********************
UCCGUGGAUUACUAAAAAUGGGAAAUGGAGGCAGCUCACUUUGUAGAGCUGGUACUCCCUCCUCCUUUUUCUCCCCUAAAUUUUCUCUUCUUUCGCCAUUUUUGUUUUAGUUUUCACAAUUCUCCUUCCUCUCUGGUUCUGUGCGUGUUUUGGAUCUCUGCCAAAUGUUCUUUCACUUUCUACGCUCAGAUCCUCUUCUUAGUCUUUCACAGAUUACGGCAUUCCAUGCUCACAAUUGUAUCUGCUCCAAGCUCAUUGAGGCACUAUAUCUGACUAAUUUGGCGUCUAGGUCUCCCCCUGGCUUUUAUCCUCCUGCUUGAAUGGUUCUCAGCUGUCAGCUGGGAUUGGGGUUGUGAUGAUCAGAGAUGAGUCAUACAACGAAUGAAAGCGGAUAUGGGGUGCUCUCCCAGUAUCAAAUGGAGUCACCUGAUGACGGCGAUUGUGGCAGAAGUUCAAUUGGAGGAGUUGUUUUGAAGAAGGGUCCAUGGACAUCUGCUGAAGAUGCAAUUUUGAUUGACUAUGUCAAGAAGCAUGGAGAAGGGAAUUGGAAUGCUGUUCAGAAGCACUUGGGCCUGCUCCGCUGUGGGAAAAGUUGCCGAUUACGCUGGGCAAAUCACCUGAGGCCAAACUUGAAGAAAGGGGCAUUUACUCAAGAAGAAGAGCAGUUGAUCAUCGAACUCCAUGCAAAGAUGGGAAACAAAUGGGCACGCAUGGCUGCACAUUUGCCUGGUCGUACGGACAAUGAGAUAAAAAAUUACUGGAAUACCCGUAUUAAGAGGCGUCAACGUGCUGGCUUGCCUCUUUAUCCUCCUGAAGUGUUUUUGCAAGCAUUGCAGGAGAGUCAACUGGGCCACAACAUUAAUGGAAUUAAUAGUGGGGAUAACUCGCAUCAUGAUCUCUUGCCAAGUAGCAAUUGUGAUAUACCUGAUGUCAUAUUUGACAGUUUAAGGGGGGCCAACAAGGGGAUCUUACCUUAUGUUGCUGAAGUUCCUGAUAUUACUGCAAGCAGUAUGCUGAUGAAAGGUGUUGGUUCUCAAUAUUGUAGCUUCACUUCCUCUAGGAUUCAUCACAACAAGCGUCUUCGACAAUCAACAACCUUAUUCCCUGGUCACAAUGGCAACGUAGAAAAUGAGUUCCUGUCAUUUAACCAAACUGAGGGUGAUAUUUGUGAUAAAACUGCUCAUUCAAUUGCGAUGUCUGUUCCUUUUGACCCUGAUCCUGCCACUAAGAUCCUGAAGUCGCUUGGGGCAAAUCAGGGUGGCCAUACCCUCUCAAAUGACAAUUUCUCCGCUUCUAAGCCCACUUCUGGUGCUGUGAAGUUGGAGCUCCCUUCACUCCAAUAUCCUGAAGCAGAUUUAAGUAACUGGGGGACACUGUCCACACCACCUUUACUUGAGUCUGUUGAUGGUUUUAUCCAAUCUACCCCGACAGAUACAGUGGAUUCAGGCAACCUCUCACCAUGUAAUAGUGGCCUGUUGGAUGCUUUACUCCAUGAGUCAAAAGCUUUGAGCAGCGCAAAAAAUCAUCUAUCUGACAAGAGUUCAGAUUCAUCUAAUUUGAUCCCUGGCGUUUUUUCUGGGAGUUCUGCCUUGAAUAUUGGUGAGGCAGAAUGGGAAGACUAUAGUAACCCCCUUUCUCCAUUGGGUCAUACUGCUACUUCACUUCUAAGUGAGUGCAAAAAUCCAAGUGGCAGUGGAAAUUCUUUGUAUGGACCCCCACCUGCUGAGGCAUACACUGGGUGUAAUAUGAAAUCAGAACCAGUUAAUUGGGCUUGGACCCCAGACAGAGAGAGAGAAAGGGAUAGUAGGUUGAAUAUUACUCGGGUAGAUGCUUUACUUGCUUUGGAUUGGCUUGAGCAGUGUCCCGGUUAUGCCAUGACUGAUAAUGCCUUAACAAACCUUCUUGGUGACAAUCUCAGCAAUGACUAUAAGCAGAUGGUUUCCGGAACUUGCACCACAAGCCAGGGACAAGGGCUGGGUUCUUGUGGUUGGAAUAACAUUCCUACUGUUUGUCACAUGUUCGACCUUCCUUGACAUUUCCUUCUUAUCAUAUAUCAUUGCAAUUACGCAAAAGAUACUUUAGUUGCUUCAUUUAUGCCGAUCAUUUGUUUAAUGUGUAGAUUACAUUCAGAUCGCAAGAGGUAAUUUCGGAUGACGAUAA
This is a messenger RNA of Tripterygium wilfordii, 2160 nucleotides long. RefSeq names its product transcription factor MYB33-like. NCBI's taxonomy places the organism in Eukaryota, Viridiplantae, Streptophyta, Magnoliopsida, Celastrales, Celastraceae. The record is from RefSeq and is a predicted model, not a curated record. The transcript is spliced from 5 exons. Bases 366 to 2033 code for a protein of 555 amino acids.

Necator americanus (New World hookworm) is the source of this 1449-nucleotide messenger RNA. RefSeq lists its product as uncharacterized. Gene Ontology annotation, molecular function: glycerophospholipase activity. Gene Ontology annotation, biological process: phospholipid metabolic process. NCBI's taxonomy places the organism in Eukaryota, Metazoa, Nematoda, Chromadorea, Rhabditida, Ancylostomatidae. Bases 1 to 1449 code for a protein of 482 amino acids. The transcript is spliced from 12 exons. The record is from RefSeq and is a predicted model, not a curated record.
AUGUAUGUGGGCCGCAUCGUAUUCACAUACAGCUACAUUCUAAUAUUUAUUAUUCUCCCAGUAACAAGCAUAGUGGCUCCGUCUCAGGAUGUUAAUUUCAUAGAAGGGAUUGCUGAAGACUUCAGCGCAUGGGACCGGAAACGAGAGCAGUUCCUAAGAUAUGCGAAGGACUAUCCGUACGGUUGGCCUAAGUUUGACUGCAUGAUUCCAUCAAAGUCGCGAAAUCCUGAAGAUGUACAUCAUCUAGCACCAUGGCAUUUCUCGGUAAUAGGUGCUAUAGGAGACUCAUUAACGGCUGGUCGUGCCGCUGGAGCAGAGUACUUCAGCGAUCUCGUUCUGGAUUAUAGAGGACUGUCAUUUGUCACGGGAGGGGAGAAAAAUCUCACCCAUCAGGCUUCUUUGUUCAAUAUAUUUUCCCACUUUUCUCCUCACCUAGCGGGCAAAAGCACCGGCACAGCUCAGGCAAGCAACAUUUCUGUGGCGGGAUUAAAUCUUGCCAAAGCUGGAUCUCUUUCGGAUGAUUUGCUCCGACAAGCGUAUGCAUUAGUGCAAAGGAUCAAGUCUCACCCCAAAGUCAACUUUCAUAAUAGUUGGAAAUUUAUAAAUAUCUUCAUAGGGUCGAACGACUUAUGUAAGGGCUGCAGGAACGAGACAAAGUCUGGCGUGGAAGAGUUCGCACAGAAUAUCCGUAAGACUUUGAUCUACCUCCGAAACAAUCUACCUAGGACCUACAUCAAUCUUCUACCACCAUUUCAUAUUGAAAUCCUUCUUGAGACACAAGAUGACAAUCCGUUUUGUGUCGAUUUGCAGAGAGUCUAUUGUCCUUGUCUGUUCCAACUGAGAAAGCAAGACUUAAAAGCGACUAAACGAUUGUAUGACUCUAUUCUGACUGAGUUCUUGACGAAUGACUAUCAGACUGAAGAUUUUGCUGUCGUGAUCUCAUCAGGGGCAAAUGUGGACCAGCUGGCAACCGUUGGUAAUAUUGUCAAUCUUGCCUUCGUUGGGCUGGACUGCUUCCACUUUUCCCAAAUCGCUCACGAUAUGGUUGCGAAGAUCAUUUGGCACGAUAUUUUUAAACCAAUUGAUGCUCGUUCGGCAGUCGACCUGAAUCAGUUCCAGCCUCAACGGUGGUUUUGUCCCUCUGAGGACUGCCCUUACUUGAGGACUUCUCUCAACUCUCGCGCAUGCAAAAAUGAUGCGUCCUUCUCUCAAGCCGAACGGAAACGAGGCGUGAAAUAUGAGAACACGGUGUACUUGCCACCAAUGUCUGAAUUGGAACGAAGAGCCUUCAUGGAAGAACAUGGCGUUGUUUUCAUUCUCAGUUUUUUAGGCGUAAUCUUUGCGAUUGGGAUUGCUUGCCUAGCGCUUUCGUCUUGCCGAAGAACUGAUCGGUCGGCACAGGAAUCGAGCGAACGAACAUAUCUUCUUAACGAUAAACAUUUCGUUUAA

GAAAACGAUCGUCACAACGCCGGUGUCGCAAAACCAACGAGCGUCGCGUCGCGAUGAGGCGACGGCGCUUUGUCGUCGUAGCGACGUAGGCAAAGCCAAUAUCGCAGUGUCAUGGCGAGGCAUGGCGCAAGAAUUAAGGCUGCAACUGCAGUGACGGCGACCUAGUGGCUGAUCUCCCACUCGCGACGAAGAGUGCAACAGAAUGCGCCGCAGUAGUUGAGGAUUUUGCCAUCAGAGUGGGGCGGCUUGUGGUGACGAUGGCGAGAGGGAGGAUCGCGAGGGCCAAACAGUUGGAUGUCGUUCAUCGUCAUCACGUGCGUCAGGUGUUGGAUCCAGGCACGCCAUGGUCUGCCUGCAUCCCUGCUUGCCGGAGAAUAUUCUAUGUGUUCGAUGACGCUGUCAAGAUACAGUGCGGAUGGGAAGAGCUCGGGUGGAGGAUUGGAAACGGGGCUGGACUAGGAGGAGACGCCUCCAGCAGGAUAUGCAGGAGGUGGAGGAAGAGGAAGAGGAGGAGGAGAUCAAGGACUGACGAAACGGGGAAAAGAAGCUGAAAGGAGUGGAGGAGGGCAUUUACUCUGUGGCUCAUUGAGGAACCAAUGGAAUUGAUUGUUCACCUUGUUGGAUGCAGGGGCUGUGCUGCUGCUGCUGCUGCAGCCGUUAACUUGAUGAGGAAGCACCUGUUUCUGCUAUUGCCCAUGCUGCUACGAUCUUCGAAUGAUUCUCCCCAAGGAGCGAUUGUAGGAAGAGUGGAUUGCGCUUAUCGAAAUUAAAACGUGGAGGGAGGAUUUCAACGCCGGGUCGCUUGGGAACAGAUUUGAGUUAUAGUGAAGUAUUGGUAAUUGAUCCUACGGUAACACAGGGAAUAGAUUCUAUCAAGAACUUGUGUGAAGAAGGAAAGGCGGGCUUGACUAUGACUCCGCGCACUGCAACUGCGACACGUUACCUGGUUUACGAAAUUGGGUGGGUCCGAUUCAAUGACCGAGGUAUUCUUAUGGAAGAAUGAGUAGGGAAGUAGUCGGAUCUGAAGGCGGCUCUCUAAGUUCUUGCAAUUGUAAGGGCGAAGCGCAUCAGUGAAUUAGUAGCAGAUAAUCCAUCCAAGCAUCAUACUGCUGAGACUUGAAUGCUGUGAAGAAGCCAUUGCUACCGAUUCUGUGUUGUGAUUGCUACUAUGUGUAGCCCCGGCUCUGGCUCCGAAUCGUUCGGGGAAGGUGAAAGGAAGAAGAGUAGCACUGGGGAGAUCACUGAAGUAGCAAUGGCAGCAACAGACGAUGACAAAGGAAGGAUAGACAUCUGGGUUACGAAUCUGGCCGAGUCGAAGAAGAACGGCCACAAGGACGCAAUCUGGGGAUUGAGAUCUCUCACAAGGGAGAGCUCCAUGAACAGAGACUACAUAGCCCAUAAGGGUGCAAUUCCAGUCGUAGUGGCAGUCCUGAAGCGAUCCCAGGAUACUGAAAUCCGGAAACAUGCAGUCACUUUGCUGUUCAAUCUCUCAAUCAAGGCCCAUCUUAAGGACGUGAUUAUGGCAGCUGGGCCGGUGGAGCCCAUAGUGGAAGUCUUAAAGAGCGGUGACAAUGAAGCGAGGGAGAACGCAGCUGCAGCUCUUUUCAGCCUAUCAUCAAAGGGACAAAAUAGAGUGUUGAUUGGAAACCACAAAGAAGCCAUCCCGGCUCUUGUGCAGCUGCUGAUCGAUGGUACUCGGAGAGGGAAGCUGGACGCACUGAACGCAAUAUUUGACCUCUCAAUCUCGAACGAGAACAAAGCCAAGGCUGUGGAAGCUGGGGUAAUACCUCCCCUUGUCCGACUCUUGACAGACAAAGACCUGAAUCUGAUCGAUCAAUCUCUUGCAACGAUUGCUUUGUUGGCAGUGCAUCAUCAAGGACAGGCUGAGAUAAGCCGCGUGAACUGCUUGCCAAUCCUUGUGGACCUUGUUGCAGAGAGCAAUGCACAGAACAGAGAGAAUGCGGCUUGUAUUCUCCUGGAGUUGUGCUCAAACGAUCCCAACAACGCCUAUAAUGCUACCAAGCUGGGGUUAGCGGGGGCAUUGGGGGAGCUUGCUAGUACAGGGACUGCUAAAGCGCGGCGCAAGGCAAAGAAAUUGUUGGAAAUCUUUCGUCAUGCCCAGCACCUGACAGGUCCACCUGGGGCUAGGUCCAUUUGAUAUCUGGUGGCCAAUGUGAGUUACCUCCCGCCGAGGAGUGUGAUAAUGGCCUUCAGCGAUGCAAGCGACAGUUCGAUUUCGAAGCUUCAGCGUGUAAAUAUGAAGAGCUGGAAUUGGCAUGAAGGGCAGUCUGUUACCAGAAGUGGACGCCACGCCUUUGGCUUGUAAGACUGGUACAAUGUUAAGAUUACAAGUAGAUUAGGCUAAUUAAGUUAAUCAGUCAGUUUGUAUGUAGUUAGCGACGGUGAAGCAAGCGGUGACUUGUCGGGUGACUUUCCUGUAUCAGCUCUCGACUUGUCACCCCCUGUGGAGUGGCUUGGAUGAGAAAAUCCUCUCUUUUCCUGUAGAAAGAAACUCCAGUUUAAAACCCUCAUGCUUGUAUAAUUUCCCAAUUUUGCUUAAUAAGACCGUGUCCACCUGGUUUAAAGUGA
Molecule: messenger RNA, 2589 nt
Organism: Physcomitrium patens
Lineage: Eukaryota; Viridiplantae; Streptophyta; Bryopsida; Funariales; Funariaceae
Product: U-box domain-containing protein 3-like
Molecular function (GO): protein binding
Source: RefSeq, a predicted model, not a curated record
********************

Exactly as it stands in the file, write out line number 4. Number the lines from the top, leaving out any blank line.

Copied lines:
AUGUAUGUGGGCCGCAUCGUAUUCACAUACAGCUACAUUCUAAUAUUUAUUAUUCUCCCAGUAACAAGCAUAGUGGCUCCGUCUCAGGAUGUUAAUUUCAUAGAAGGGAUUGCUGAAGACUUCAGCGCAUGGGACCGGAAACGAGAGCAGUUCCUAAGAUAUGCGAAGGACUAUCCGUACGGUUGGCCUAAGUUUGACUGCAUGAUUCCAUCAAAGUCGCGAAAUCCUGAAGAUGUACAUCAUCUAGCACCAUGGCAUUUCUCGGUAAUAGGUGCUAUAGGAGACUCAUUAACGGCUGGUCGUGCCGCUGGAGCAGAGUACUUCAGCGAUCUCGUUCUGGAUUAUAGAGGACUGUCAUUUGUCACGGGAGGGGAGAAAAAUCUCACCCAUCAGGCUUCUUUGUUCAAUAUAUUUUCCCACUUUUCUCCUCACCUAGCGGGCAAAAGCACCGGCACAGCUCAGGCAAGCAACAUUUCUGUGGCGGGAUUAAAUCUUGCCAAAGCUGGAUCUCUUUCGGAUGAUUUGCUCCGACAAGCGUAUGCAUUAGUGCAAAGGAUCAAGUCUCACCCCAAAGUCAACUUUCAUAAUAGUUGGAAAUUUAUAAAUAUCUUCAUAGGGUCGAACGACUUAUGUAAGGGCUGCAGGAACGAGACAAAGUCUGGCGUGGAAGAGUUCGCACAGAAUAUCCGUAAGACUUUGAUCUACCUCCGAAACAAUCUACCUAGGACCUACAUCAAUCUUCUACCACCAUUUCAUAUUGAAAUCCUUCUUGAGACACAAGAUGACAAUCCGUUUUGUGUCGAUUUGCAGAGAGUCUAUUGUCCUUGUCUGUUCCAACUGAGAAAGCAAGACUUAAAAGCGACUAAACGAUUGUAUGACUCUAUUCUGACUGAGUUCUUGACGAAUGACUAUCAGACUGAAGAUUUUGCUGUCGUGAUCUCAUCAGGGGCAAAUGUGGACCAGCUGGCAACCGUUGGUAAUAUUGUCAAUCUUGCCUUCGUUGGGCUGGACUGCUUCCACUUUUCCCAAAUCGCUCACGAUAUGGUUGCGAAGAUCAUUUGGCACGAUAUUUUUAAACCAAUUGAUGCUCGUUCGGCAGUCGACCUGAAUCAGUUCCAGCCUCAACGGUGGUUUUGUCCCUCUGAGGACUGCCCUUACUUGAGGACUUCUCUCAACUCUCGCGCAUGCAAAAAUGAUGCGUCCUUCUCUCAAGCCGAACGGAAACGAGGCGUGAAAUAUGAGAACACGGUGUACUUGCCACCAAUGUCUGAAUUGGAACGAAGAGCCUUCAUGGAAGAACAUGGCGUUGUUUUCAUUCUCAGUUUUUUAGGCGUAAUCUUUGCGAUUGGGAUUGCUUGCCUAGCGCUUUCGUCUUGCCGAAGAACUGAUCGGUCGGCACAGGAAUCGAGCGAACGAACAUAUCUUCUUAACGAUAAACAUUUCGUUUAA